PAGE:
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Ramen is a noodle dish made with rich bone broth, chewy wheat noodles, and sliced pork. It’s commonly topped with a soft-boiled egg and fresh scallions. You’re probably familiar with the packs of instant ramen you can buy at a grocery store and heat up in a microwave, but preparing authentic ramen is a very different experience.

The broth used in fresh ramen noodles requires time to develop the signature flavor that makes this dish so popular. Pork or chicken parts are slow-cooked to break down collagen in the skin and joints, creating a thick, full-bodied bone broth that can’t be achieved with just a packet of dry powder alone.

Origin of Ramen

Ramen is considered a Japanese dish by many because it's such a popular staple food in Japan. There are many theories behind the true origins of this noodle dish, but a common theme prevails. The noodles in ramen are believed to have been introduced by Chinese immigrants in the 1900s, and the broth itself was a Japanese contribution.

Ramen shops began to pop up in Japan after World War II and the dish became entrenched in Japanese culture thereafter. To put it in perspective, there are more ramen shops per square mile in Japan than pizza shops in the US. We do have ramen shops in the states as well, but not nearly as many as Japan.

What is Ramen Made Of?

ramen noodle soup ingredients

Ramen noodles are made from wheat flour, water, salt, and a key ingredient called kansui. This mixture of potassium carbonate and sodium carbonate (baking soda) is used to lend a yellowish color and springy, elastic texture to the noodles. Without kansui or a similar alkaline additive, the noodles cannot be considered true ramen noodles.

A typical misconception is that all ramen noodles are curly or wavy. Ramen noodles actually come in a variety of shapes, with the most common type being straight. They can also be classified by their water content, with low water content creating thin, firm noodles and high water content creating thick, soft noodles. No matter the shape, the addition of kansui helps to keep ramen noodles from breaking down in hot broth.

Types of Ramen Broth

The base of ramen broth is made from simmered pork or chicken bones and flavored with the addition of different seasonings. A big part of the allure of ramen is that customers can customize their dish with the broth of their choosing. These are the four broth variations you’ll find in ramen shops:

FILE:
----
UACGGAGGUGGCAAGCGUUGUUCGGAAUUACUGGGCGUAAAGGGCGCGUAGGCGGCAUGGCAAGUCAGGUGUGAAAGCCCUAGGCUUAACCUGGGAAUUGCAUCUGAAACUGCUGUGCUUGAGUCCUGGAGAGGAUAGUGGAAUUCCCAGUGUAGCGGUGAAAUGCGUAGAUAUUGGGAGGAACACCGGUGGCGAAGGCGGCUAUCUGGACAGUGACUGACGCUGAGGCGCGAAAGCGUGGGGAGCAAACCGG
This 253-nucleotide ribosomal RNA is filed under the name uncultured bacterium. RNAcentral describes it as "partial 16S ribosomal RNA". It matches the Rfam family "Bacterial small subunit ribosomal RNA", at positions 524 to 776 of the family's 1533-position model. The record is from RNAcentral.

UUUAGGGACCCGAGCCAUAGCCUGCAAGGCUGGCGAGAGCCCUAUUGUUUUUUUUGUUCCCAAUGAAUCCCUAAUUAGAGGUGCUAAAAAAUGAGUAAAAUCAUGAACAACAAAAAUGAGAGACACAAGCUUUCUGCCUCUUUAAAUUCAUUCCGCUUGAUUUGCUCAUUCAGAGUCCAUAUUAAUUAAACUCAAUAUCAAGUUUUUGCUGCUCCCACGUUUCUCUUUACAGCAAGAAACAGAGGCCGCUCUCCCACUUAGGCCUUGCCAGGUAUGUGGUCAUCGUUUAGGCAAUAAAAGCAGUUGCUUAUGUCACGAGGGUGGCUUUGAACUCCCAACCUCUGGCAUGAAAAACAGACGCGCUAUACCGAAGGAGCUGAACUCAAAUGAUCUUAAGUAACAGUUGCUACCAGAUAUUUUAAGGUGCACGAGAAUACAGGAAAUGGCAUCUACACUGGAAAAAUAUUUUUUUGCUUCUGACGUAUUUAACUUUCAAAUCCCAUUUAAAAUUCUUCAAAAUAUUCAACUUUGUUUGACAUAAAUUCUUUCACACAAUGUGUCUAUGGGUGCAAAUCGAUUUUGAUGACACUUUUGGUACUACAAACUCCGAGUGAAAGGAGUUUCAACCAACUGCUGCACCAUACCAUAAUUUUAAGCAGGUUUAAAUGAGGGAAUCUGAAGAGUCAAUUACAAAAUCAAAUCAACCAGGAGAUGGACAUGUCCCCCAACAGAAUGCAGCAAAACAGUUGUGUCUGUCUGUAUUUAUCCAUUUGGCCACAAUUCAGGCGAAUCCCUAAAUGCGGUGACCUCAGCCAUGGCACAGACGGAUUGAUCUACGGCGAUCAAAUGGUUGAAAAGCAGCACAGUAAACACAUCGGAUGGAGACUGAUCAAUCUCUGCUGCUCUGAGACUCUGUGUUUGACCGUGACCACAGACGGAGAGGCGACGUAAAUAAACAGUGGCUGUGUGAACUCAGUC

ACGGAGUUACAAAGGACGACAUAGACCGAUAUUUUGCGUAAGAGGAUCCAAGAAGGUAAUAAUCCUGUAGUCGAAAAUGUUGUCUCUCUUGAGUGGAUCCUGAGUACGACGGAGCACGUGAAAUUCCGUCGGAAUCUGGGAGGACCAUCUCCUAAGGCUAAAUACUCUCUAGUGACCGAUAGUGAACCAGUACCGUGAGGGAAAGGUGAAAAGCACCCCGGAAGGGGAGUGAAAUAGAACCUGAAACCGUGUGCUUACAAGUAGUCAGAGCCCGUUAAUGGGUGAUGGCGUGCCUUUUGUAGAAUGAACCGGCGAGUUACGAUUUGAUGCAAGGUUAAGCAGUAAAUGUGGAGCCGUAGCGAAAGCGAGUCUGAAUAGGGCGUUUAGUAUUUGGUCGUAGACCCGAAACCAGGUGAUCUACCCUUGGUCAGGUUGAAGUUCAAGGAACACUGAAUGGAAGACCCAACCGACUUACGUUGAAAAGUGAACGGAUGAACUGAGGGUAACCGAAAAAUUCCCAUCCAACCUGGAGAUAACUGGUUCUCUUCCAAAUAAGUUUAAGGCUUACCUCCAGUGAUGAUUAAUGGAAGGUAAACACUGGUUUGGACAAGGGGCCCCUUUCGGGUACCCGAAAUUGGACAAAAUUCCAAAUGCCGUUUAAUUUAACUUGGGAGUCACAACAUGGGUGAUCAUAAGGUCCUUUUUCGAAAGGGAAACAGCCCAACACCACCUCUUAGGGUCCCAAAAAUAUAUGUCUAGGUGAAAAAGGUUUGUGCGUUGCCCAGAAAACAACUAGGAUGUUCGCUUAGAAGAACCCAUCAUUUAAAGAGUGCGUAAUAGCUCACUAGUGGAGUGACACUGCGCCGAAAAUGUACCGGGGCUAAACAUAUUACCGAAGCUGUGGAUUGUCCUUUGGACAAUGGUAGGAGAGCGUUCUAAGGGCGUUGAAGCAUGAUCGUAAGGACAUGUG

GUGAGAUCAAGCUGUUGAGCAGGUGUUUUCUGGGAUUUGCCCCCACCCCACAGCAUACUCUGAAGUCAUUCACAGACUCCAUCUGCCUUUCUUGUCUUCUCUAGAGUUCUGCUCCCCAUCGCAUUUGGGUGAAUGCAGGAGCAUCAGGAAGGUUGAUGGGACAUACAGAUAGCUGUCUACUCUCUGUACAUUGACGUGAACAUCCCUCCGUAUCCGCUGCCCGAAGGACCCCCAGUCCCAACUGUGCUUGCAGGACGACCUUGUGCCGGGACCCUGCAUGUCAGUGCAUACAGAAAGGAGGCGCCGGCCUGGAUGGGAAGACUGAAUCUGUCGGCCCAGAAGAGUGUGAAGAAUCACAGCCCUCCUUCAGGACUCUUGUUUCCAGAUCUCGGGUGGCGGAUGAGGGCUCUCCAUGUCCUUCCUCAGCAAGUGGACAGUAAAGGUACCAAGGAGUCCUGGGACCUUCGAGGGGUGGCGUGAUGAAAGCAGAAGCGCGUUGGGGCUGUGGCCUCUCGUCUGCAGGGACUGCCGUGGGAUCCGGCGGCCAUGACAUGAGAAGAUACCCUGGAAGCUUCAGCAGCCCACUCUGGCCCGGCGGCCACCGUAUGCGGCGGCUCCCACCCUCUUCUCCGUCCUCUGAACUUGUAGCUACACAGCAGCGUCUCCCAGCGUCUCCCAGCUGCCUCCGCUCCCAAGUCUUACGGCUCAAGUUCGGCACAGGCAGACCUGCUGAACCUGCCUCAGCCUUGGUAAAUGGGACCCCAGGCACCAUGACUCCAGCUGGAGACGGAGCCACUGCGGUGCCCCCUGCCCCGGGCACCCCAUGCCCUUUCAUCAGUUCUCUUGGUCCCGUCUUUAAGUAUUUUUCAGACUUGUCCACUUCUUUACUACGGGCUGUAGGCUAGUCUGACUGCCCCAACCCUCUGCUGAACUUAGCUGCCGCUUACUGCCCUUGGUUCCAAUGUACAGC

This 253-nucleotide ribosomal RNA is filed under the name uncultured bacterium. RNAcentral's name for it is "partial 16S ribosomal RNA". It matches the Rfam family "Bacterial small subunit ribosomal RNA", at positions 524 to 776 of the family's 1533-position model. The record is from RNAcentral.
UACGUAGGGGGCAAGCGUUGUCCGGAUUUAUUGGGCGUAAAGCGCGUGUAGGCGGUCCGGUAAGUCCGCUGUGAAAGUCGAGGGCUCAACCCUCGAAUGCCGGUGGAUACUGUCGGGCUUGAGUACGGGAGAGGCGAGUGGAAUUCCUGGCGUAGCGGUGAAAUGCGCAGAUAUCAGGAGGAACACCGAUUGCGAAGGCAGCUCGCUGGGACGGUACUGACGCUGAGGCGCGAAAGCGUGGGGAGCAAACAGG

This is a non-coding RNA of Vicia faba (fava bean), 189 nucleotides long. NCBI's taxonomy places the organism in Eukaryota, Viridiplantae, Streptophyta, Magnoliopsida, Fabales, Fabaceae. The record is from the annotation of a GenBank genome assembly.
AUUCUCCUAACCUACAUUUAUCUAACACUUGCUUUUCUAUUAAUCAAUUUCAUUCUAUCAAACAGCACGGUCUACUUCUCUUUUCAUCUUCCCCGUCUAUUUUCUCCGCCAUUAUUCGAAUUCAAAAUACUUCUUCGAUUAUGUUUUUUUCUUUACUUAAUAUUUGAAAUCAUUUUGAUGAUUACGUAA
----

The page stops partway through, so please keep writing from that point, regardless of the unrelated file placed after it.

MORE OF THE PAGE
• Miso Ramen - Miso broth is flavored with miso, a fermented soybean paste with savory, complex flavors.
  • Shio Ramen - Shio broth is flavored only with salt.
  • Shoyu Ramen - Shoyu broth is flavored with soy sauce, giving it a darker color.
  • Tonkotsu Ramen - To make tonkotsu broth, the soup base is simmered longer than usual to create a thick, creamy, pork-flavored dish.

Ramen Toppings

If you’re new to ramen, you may think the more toppings you add the better. Just like toppings on a pizza, choosing the wrong items in the wrong combination can take away from the final dish. This is a list of traditional ramen toppings and the types of broth they complement the most:

  • Pork - Slices of pork, called chashu, are used as a topping in all types of ramen.
  • Bean Sprouts - Use bean sprouts as a topping in tonkotsu or miso style ramen.
  • Eggs - Adding a soft- or hard-boiled egg is common with all types of ramen.
  • Scallions - Scallions, or chopped green onions, can be added to all types of ramen broths.
  • Fish Cake - Made of white fish paste with a pink swirl in the middle, fish cakes complement shoyu, miso, or shio broth.
  • Seaweed - Sheets of seaweed known as nori are added to shoyu and tonkotsu ramen.
  • Bamboo Shoots - Preserved bamboo shoots are used in every style of broth.
  • Mushrooms - Wood ear and shitake mushrooms are added to all types of ramen.
  • Corn - Kernels of sweet corn can be added to all types of broth but are commonly used with miso or shio ramen.
  • Butter - Pats of butter add a rich, creamy flavor to miso or shio broth.

Now you should have no trouble telling the difference between pho and ramen. The harder part is deciding which of these noodle dishes is your favorite.

Posted in: Kitchen & Cooking Tips | By Michale Ferguson